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October 1, 2013

Unusual (and cruel)?: two distinct life sentences from the same judge

Wed1_t180The title of this post is my attempt to put a humurous spin on this notable local story, headlined "Judge sentences killer, performs wedding," involving a defendant having two notable (and surely life changing) experiences on one sentencing day this week.  Here are the details:

For Danne Desbrow, Sept. 17 was a day with some bad news, and some good news.

First, the bad. He was sentenced to 53 years to life in prison by San Diego Superior Court Judge Patricia Cookson, after being convicted of the murder of another man in Lemon Grove a decade ago.

Then, the good: He got married — by the same judge who had sentenced him to decades behind bars just a few minutes earlier. And he got a slice of cake to eat in the courtroom too, baked by the judge herself.

The wedding ceremony, which came minutes after what several witnesses described as an emotional sentencing hearing, was highly unusual. Judges frequently marry people, and occasionally perform marriage ceremonies for people in custody. But doing so in the courtroom after sending the groom to a lifetime behind bars is pretty much unheard of....

For Desbrow’s lawyer, whose motions for a new trial and a delay in sentencing were abruptly rejected by Cookson at the start of the court hearing, the entire event was surreal. “I didn’t know it was going to happen,” said defense attorney Steve Cline. “Obviously, it was an unusual day from start to finish. I mean, I appreciate that she honored the request for them to marry. But, I’ve never seen anything like that.”

Desbrow, 36, was sentenced for the killing of Kevin Santos in 2003. Deputy District Attorney Joe McGlaughlin said the case went unsolved for years until a witness came forward and gave key information pointing to Desbrow. Cline said the defense argued the case was not murder but that Desbrow was defending himself in a fight. After a two-month trial, jurors convicted Desbrow of first-degree murder.

It was during the trial that Danne Desbrow popped the question to his wife-to-be, Destiny, 33. She said in an interview they had begun dating when she was 16, but when she got pregnant the two lost contact.

Last year she said her son wanted to meet his father. Using social media, she was able to track down Desbrow’s family and in January they met for the first time in years — when Danne Desbrow was in jail awaiting trial.

Regular visits followed and Destiny sat through each day of the trial. After the proposal she said she called Cookson’s chambers and asked if the judge would marry them at sentencing. “She called me back and sad yes, she would,” Destiny Desbrow said, adding she was somewhat surprised the judge agreed. The judge’s secretary even called two days ahead of time to make sure everything was in order — rings, notary, documents.

So, after sentencing Danne Desbrow to two consecutive 25-year to life terms (one for the use of a gun in the murder) and another three years for threatening a witness, Cookson concluded the hearing. Members of Santos’s family, who had spoken angrily to Desbrow, were escorted out of the courtroom, according to two people who saw the wedding....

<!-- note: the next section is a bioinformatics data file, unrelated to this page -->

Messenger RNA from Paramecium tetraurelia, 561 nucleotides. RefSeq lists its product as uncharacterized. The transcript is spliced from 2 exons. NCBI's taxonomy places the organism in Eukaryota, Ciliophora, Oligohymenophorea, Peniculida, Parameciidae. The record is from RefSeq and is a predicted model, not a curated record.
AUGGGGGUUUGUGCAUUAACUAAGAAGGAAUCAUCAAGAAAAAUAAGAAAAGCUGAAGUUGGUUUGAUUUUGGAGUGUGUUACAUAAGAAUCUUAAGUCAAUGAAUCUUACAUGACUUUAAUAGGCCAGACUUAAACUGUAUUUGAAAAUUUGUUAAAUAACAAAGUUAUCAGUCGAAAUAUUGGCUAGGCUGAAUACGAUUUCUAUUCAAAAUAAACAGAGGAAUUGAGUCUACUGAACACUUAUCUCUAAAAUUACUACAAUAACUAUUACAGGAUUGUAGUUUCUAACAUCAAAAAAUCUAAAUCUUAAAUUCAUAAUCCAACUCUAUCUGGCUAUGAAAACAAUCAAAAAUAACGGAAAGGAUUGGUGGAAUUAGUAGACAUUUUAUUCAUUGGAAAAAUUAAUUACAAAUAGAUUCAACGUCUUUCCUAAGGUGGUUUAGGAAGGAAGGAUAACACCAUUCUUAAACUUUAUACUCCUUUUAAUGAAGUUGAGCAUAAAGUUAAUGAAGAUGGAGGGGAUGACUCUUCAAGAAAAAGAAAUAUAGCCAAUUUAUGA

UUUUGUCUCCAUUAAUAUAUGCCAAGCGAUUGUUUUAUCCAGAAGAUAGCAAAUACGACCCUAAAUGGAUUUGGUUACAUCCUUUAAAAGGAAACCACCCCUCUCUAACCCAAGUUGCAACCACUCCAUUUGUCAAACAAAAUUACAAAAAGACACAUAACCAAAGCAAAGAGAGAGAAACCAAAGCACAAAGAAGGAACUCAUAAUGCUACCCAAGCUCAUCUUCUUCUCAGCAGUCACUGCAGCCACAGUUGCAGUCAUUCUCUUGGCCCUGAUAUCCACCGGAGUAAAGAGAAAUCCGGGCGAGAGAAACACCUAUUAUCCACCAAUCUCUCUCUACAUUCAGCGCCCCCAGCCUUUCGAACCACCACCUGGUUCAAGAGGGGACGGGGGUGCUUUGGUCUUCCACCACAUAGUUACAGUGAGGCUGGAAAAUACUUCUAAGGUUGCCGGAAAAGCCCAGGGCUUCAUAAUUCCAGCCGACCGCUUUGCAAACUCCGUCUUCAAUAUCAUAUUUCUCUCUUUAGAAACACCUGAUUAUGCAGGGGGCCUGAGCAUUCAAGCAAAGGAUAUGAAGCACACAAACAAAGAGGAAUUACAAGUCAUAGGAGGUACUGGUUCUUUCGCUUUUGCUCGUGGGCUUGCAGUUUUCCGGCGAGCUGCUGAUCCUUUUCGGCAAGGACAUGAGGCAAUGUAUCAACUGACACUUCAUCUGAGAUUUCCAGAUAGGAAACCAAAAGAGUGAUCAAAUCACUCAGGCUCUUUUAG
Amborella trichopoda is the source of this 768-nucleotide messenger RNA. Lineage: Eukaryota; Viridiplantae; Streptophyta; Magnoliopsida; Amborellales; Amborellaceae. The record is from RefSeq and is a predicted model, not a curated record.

“That is something that does not happen with great regularity,” said Jan Caldwell, a spokesman for Sheriff Bill Gore, who oversees the county jail system. “I’ve never heard of it.”

Weddings in jail are not uncommon, she said. They occur with some frequency during regular visiting hours. Newlyweds have to get their own justice of the peace, and the vows are exchanged through the glass separating visitors from inmates.

Desbrow intends to appeal the murder conviction. He remains in county jail pending another court hearing on a separate case in October. His wife remains hopeful. “I have faith God is going to bring him home,” Destiny Desbrow said.

October 1, 2013 at 04:26 PM | Permalink


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People who defend themselves in a fight should be sent home. If the victim was a violent criminal, the defendant should have received a $10,000 cash reward for killing a violent criminal.

Posted by: Supremacy Claus | Oct 1, 2013 10:16:02 PM

I am a student of Criminal Justice, a Certified Volunteer for Prison Fellowship Ministries and a Conservative Republican, living in Tennessee.

It never ceases to amaze me how people view our criminal justice system and how felons are treated. The average person wants all serious crimes like murder and sexual crimes to be dealt with by hanging. They hold this belief until someone they know is convicted of a serious crime and then realizes that state and federal prisons are not Club Med.

While it is important that we mete out justice to all who commit crimes, it doesn't mean we cannot show basic human compassion for them and apply that to their humane treatment behind bars.

This judge showed compassion for the convicted and his girlfriend. It is indeed tragic that what his involvement in the death of another man would ruin so many lives, but his love for his now wife is forever shown in the promise witnessed by the judge's civil marriage ceremony.

Posted by: Paul | Oct 8, 2013 5:40:46 AM

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